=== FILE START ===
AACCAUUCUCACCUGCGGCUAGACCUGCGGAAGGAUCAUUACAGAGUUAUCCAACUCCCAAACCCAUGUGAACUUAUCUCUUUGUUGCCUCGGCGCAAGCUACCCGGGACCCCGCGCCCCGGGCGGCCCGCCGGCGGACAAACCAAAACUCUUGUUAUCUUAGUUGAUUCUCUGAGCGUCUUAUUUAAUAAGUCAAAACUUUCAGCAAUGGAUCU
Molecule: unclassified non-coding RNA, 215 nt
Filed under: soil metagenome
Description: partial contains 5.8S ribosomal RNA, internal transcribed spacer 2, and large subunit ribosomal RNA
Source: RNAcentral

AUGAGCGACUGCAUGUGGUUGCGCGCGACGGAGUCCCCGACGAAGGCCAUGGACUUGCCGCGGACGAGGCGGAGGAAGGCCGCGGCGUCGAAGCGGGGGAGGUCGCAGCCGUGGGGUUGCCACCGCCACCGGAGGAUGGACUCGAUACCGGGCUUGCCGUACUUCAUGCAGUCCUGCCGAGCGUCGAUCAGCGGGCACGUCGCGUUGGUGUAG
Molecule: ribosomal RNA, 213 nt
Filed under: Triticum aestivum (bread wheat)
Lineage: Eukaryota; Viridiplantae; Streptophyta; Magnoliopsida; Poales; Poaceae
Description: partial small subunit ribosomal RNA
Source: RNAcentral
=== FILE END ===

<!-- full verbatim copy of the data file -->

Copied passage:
AACCAUUCUCACCUGCGGCUAGACCUGCGGAAGGAUCAUUACAGAGUUAUCCAACUCCCAAACCCAUGUGAACUUAUCUCUUUGUUGCCUCGGCGCAAGCUACCCGGGACCCCGCGCCCCGGGCGGCCCGCCGGCGGACAAACCAAAACUCUUGUUAUCUUAGUUGAUUCUCUGAGCGUCUUAUUUAAUAAGUCAAAACUUUCAGCAAUGGAUCU
Molecule: unclassified non-coding RNA, 215 nt
Filed under: soil metagenome
Description: partial contains 5.8S ribosomal RNA, internal transcribed spacer 2, and large subunit ribosomal RNA
Source: RNAcentral

AUGAGCGACUGCAUGUGGUUGCGCGCGACGGAGUCCCCGACGAAGGCCAUGGACUUGCCGCGGACGAGGCGGAGGAAGGCCGCGGCGUCGAAGCGGGGGAGGUCGCAGCCGUGGGGUUGCCACCGCCACCGGAGGAUGGACUCGAUACCGGGCUUGCCGUACUUCAUGCAGUCCUGCCGAGCGUCGAUCAGCGGGCACGUCGCGUUGGUGUAG
Molecule: ribosomal RNA, 213 nt
Filed under: Triticum aestivum (bread wheat)
Lineage: Eukaryota; Viridiplantae; Streptophyta; Magnoliopsida; Poales; Poaceae
Description: partial small subunit ribosomal RNA
Source: RNAcentral